1. I just wanted to impart with respect to GD, that it can express itself in a wide spectrum. Basically meaning it can be intense, or very minimal and everything in between. My guess is there are a lot of CDers out there with minimal GD and continue to dress to satisfy their needs which is great. And then there are those that have high levels of GD and their solution is to transition. At the end of the day, aside from labels and such, what is most important is just finding the best solution for how one feels. Enjoy life!

          2. Absolutely, Christina. It’s a fascinating subject when you’re immersed in it as we are and I think we’ve all come to realise how multidimensional it is. Some see the transformation as an artform and nothing more, for others it’s do or die; some CD because they don’t like what’s on this side of the fence, others because they like the look of what’s on the other side! For some it’s the endpoint and for others it’s the means to the end. And so on.

            I am grateful to you for sharing your viewpoint, not least because it made me think about my own, particularly as I was able to take advantage of an empty house today. As I looked in the mirror, it was hard not to have thoughts about what it all means and how I could live my life if that was the norm. And yet when it was time to change, there was no regret or sadness, just a focus on what needed to be done.

            Thank you for prompting such an interesting discussion.

  9. Amanda,
    Perhaps we should consider GD in different terms , I understand the use of the term in the past usually entailed unreversable actions . I feel it’s a seed sown in the womb that we live with for life , there should be no shame , guilt or denial of something we can’t change and not consider we have to be cured . It affects us at different levels , for some it’s 24/7 ( as in my case ) and others it surfaces weeks, months or even years apart . I’m not sure which is more difficult to live with , I know the gut feeling every single day which has finally ebbed away with going full time but it must be difficult for others not knowing when it will surface again .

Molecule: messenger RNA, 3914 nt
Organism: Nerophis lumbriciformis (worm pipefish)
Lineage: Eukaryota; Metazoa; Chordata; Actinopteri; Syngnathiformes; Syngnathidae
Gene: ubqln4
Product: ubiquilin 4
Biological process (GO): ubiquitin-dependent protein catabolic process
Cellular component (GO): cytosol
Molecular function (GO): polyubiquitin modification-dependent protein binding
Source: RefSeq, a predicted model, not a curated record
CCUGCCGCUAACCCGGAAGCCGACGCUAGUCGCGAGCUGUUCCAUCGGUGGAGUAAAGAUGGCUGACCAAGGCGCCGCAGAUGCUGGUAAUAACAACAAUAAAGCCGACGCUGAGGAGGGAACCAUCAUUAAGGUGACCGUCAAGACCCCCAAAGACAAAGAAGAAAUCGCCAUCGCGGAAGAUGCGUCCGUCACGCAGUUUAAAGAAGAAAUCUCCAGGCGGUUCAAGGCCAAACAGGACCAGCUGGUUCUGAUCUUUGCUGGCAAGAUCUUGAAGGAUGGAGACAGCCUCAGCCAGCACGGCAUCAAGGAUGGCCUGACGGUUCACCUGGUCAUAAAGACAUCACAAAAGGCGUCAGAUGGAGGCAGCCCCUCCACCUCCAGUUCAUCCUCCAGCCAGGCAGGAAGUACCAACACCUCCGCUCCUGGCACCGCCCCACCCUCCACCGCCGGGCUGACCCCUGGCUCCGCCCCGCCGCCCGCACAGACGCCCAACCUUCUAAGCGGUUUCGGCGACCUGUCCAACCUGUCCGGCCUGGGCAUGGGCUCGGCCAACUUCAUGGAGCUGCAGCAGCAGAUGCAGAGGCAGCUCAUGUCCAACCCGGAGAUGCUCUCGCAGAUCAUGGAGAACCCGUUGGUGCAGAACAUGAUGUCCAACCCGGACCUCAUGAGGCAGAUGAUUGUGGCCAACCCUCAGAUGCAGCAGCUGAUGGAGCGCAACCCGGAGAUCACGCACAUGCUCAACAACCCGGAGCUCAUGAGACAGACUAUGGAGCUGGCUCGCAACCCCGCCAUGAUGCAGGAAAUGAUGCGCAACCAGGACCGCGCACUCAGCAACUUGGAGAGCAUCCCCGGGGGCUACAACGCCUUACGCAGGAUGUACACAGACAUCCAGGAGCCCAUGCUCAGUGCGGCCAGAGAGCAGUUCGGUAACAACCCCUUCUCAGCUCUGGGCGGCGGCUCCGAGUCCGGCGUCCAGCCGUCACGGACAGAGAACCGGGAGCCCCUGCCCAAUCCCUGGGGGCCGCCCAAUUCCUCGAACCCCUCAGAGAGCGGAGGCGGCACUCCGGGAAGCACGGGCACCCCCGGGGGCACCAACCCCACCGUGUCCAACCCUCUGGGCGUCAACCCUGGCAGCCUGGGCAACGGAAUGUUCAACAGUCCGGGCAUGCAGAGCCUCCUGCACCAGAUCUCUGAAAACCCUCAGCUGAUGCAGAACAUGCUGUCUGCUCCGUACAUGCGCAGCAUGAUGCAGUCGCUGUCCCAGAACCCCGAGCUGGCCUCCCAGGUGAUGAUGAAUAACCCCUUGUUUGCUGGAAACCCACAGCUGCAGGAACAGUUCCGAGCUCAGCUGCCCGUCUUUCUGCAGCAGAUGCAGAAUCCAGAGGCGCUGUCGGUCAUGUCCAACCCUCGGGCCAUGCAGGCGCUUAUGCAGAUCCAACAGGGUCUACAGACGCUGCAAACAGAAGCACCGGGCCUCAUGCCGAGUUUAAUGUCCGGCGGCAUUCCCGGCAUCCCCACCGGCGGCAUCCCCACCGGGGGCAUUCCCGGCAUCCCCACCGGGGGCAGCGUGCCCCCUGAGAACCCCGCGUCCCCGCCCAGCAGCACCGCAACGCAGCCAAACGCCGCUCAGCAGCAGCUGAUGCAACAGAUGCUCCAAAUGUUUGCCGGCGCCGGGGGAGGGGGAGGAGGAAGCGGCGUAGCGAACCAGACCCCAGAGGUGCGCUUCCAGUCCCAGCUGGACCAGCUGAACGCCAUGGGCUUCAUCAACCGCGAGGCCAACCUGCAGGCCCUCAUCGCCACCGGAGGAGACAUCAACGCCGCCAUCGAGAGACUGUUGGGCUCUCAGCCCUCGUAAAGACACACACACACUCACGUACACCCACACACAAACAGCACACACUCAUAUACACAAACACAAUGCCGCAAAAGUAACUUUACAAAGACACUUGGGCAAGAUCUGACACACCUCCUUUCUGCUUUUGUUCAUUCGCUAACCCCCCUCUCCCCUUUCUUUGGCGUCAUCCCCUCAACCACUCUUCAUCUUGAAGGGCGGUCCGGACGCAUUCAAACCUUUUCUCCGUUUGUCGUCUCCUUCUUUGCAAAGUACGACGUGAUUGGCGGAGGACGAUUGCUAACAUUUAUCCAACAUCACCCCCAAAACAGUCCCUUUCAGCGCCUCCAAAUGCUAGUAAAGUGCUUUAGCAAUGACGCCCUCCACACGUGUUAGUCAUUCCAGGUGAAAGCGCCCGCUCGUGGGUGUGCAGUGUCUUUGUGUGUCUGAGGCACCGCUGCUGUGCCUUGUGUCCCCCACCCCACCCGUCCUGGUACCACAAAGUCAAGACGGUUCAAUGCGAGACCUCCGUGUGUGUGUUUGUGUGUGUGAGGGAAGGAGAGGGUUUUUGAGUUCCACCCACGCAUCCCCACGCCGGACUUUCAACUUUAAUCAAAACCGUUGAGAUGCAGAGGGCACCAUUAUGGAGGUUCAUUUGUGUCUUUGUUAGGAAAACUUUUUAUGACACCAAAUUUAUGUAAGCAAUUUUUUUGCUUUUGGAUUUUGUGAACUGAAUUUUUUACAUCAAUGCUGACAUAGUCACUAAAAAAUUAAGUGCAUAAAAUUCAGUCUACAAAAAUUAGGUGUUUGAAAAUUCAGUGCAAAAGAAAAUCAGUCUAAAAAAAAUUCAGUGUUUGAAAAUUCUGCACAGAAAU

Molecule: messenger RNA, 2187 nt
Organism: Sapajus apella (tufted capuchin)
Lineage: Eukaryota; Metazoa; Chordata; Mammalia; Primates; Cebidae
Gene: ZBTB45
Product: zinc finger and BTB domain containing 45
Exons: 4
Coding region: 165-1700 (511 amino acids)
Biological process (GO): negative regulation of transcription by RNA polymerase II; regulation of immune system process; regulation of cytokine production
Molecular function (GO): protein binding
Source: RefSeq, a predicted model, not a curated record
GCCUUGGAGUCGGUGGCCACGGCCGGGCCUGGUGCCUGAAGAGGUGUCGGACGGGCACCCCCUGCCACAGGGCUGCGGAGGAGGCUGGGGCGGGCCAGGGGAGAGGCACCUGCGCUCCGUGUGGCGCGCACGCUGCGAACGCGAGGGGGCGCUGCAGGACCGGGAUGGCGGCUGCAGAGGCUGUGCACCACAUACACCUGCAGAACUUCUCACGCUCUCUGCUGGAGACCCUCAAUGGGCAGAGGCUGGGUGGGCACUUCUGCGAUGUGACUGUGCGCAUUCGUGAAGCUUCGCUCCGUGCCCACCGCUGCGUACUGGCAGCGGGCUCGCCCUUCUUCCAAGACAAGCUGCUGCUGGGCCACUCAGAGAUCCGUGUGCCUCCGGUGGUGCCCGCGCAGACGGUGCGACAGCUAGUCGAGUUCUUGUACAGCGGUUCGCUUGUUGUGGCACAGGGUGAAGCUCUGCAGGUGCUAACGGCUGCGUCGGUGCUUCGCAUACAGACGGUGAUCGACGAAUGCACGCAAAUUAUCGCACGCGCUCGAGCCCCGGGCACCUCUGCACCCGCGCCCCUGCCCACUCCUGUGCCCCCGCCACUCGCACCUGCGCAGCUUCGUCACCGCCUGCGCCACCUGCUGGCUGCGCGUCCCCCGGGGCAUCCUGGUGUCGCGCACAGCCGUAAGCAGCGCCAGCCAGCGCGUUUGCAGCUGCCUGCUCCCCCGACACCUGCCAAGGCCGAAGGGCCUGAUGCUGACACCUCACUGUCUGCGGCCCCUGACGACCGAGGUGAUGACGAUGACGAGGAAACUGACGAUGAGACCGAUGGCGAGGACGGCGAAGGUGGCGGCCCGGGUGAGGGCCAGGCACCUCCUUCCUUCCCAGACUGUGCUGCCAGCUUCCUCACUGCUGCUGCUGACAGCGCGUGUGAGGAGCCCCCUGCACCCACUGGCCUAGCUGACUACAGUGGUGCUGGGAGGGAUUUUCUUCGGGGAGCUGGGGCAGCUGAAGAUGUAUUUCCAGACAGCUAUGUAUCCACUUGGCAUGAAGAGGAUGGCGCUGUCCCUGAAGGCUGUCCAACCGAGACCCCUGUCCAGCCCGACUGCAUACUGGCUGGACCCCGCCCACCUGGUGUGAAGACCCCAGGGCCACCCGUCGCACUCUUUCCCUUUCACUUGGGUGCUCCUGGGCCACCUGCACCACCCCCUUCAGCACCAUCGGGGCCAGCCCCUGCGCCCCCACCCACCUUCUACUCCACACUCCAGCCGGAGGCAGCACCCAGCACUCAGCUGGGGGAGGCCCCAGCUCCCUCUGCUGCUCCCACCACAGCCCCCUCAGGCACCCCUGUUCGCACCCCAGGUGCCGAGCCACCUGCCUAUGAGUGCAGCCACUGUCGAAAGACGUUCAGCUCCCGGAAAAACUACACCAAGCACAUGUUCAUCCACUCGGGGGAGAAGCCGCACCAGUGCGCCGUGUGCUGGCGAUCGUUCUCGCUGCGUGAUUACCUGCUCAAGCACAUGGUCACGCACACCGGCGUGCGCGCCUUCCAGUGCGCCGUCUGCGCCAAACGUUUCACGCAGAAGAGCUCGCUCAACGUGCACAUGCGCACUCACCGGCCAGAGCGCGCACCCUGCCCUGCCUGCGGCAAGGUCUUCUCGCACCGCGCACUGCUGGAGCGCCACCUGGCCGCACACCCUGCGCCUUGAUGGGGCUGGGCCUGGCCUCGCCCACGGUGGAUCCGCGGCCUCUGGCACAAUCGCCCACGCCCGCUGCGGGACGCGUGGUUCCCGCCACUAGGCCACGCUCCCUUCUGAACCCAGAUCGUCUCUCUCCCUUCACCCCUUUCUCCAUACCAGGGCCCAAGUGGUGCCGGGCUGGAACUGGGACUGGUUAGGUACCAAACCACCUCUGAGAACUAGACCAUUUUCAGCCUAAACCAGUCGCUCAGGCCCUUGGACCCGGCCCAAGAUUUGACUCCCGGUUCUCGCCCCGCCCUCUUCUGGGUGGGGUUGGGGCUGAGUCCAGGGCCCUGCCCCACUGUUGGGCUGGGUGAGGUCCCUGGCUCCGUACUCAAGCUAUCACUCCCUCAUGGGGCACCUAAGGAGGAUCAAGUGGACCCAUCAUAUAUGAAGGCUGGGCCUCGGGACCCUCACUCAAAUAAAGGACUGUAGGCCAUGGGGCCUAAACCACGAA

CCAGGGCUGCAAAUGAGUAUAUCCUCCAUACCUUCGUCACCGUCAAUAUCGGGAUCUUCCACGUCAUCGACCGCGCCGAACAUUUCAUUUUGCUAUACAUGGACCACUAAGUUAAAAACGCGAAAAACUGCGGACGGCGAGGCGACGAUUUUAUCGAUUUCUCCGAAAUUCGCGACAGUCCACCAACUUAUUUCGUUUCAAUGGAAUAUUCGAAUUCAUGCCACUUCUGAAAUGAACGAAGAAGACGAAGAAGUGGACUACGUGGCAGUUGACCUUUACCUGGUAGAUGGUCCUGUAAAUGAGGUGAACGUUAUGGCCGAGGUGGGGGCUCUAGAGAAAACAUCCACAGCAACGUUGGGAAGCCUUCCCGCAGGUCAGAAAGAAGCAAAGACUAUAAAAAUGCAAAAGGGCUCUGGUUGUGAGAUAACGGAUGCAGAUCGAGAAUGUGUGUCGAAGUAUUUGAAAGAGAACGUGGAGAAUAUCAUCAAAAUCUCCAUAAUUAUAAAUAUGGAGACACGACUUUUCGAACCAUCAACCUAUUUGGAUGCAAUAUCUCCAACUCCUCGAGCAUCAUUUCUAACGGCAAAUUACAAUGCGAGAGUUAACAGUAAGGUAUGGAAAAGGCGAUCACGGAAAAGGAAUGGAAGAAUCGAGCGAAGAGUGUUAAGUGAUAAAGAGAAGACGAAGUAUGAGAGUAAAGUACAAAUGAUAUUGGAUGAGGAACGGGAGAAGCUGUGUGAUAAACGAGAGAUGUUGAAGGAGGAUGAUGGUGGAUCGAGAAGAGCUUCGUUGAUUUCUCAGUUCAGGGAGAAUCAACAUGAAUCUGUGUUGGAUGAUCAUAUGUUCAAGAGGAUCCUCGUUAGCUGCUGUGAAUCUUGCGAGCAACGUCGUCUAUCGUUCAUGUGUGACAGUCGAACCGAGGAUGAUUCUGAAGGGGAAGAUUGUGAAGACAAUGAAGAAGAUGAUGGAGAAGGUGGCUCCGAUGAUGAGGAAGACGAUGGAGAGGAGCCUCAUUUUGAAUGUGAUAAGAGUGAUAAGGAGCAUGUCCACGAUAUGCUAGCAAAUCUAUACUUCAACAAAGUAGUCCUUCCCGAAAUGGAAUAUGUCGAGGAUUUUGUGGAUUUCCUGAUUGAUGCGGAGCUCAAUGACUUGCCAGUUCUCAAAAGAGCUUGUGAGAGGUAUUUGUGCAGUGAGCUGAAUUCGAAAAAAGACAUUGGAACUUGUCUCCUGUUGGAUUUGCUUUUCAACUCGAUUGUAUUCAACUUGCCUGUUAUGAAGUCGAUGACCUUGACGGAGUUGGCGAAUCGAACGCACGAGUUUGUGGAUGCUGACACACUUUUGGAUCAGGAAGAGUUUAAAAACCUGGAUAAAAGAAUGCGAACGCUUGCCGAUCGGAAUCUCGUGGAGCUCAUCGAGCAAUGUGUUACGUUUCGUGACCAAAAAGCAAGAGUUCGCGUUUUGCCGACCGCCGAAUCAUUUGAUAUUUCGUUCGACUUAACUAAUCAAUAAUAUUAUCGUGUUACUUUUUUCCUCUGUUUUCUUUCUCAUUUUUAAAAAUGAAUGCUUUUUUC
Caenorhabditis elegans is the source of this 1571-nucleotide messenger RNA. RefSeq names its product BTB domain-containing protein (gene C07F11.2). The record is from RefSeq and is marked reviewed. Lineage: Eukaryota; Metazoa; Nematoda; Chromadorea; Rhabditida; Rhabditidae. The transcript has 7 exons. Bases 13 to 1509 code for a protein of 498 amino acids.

The closeness of genders is something transgender people possibly appreciate more . Living with that deep yearning to be female gradually diminishes as we cross the line more and more until the line is so blurred we eventually just become US , in my case Teresa and yours Amanda . They might just be names but they actually align us with the outside world , they make us real , they give us an identity as most of my documents now do .

    As far as dirtier jobs are concerned I eventually came to the decision to buy female work clothes and do whatever as Teresa . I must look quite a sight at times , I built my patio , I restructured my bathroom and in fact most of my home , I even did all the decorating and repair work in a rental property I own . I popped an old wig on , still did makeup , bought some sloppy Tshirts from a charity shop , despite that I was still treated as female . It is quite amusing when taking rubbish to the recycle centre , the guys basically see blond hair and boobs so they often empty my car without me lifting a finger !

    It is possible to be there for the family , I still do DIY work for my daughter and my son still knows where to come when he needs to borrow tools . Despite my appearance now if we have given them all we can as a father and parent they will still respect you . As adults they realise transgender issues , we must respect them for that understanding but I still feel we must be consistent , I admit my wife still refuses to accept me , that is why we chose to divorce .